It's easy to laugh at Cats because the second you de-suspend your disbelief, the show quickly devolves into two hours of watching grown men and women prancing and leaping about the stage in furry kitty tights. Silly? Undoubtedly. But even the harshest Andrew Lloyd Webber detractor (and I happen to qualify) has to allow that Cats was "le Cirque" when the word "cirque" wasn't even in the American vocabulary and is an impressive showcase for acrobatic performers. Theatre Memphis' spirited mounting of the feline sensation capitalizes on its athletic cast to deliver a production with fresher tabbies than you'll find in the road-weary tatters of an average tour.
Throughout the 1980s it was common to review any lame-leaning event with the deadpan comment "I laughed, I cried, it was better than Cats." The nearly plotless musical went into production in 1982, and by 1985, no serious (or seriously ironic) T-shirt collection was complete without this crew-necked trophy, proving you'd seen the show. It's only fitting (in a creepy, deeply '80s, Bret Easton Ellis kind of way) that shirts nearly identical to the iconic originals are sold in the lobby and that the dominant image on the skyline of Theatre Memphis' set is the illuminated logo of Sun Trust Bank, the show's presenting sponsor.
But all crassness aside, the show is a triumph of community theater and a throwback to the days when Theatre Memphis had a reputation for bringing Broadway to Perkins Extended. From the elaborate costumes produced in-house to the dancers' synchronized tap breakdowns, TM has achieved a sustained level of professionalism it has seldom seen since the late 1980s. Mitzi Hamilton's energetic choreography drives the winning performances of Robert Hanford (Rum Tum Tugger), Christi Gray Hall (Jennyanydots), Jason M. Spitzer (Bustopher Jones), Meg Greer (Grizabella), and Keith Anton (Old Deuteronomy).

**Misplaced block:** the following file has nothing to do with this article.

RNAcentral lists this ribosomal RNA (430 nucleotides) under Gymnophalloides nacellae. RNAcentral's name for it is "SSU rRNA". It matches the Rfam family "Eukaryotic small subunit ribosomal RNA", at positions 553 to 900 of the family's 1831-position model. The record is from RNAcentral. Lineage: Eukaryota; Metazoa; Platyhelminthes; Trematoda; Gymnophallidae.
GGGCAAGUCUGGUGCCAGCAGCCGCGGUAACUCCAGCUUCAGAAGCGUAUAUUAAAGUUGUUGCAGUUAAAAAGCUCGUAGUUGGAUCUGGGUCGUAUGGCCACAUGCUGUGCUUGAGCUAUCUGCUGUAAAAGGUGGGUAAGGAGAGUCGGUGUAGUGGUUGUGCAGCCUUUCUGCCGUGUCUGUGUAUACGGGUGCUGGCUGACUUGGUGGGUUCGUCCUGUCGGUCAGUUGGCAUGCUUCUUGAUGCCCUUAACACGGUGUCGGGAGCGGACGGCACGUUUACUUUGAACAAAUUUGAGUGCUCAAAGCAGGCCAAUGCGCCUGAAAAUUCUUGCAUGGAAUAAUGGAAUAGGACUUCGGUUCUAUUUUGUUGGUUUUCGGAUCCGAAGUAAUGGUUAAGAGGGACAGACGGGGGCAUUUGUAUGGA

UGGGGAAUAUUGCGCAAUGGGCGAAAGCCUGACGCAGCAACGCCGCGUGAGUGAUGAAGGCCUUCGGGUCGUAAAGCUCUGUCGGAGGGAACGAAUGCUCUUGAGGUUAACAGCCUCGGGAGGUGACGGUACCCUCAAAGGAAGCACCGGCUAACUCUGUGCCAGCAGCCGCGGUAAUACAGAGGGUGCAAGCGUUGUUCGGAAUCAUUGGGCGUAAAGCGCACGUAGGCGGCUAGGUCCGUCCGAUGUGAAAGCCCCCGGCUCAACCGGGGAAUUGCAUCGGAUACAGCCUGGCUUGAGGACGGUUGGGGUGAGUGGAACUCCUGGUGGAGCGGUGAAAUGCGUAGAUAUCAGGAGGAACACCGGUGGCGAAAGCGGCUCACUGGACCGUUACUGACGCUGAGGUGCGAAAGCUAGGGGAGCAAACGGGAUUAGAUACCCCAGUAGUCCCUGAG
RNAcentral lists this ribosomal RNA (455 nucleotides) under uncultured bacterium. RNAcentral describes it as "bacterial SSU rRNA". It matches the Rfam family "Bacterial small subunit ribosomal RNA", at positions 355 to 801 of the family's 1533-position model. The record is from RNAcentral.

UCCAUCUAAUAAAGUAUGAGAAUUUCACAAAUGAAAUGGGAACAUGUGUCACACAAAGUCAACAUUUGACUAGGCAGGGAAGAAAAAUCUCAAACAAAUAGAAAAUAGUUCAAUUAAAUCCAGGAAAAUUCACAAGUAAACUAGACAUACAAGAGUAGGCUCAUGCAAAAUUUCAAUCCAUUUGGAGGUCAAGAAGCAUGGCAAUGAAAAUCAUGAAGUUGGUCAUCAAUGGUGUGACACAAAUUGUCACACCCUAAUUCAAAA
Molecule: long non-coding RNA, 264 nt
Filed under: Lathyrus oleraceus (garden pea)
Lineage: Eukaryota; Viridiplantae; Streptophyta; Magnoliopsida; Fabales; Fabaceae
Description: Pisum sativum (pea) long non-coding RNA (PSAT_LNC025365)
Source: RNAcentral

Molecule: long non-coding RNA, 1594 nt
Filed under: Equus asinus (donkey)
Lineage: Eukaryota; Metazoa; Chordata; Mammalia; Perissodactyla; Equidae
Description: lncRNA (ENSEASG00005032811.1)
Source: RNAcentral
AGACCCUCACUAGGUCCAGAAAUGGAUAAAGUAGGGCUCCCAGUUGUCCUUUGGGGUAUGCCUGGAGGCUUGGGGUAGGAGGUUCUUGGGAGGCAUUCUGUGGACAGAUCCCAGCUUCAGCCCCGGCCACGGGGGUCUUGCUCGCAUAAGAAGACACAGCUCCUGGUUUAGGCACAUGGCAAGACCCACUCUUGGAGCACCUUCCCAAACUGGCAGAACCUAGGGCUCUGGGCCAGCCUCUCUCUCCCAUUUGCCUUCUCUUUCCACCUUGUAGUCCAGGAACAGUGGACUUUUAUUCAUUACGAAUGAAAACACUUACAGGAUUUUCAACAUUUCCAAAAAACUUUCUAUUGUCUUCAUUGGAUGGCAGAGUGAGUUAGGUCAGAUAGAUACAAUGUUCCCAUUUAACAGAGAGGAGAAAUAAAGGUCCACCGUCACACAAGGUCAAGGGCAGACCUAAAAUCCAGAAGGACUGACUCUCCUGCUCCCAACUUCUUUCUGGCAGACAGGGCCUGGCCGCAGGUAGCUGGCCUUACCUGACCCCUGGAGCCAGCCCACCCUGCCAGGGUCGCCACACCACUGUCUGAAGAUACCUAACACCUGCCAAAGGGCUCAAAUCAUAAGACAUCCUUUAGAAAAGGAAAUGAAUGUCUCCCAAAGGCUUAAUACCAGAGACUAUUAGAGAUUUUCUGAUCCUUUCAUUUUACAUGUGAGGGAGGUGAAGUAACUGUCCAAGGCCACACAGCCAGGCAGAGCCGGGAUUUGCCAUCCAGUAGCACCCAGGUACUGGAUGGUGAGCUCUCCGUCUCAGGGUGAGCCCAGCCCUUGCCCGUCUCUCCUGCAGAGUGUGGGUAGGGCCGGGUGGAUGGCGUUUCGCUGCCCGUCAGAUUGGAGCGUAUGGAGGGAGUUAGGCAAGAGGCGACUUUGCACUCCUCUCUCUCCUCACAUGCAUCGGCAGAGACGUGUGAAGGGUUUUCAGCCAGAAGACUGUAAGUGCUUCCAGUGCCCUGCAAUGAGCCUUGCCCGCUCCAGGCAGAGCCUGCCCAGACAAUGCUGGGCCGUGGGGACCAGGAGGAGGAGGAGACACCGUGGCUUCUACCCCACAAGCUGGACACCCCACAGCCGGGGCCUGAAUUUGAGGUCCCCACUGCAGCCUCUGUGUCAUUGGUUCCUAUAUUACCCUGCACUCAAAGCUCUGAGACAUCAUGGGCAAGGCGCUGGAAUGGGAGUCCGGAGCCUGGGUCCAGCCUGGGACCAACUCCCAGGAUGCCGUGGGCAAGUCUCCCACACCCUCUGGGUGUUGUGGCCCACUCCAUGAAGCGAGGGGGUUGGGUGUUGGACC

This latest musical take on T.S. Eliot's most frivolous verses isn't likely to change the minds of the show's critics. But Cats is the definitive theatrical success story of the late 20th century. Critics' opinions hardly matter.
When Frozen closes at Circuit Playhouse on July 9th, Memphis' theater scene will be a poorer place. Jonathon Lamer, who delivers a chilling performance as Frozen's pedophiliac serial killer, is leaving for the West Coast. For nearly a decade, Lamer has been a solid everyman, turning in one fine performance after another in shows like Sideman, Take Me Out, and this, his farewell performance.
Under the no-frills direction of Dave Landis, Frozen does everything a good thriller is supposed to do. It ties the audience in knots pitting emotions against intellect, forcing us to sympathize with a character we're inclined to revile.
Leigh Nichols flits between certainty and crippling doubt as a criminal psychologist determined to map the frozen wastes of the killer's mind, and Irene Crist is characteristically thorough as the victim's mother.
Crist's monologues can fall into a slow, droning cadence, giving the slow-moving but no less engaging show a sleepier, dreamier tone than it deserves, but it's a minor complaint. The show's shakier moments are more than overcome by Lamer's unflinching essay of a man who sincerely wishes that killing little girls was legal and steadily awakes to the physically painful concept of remorse.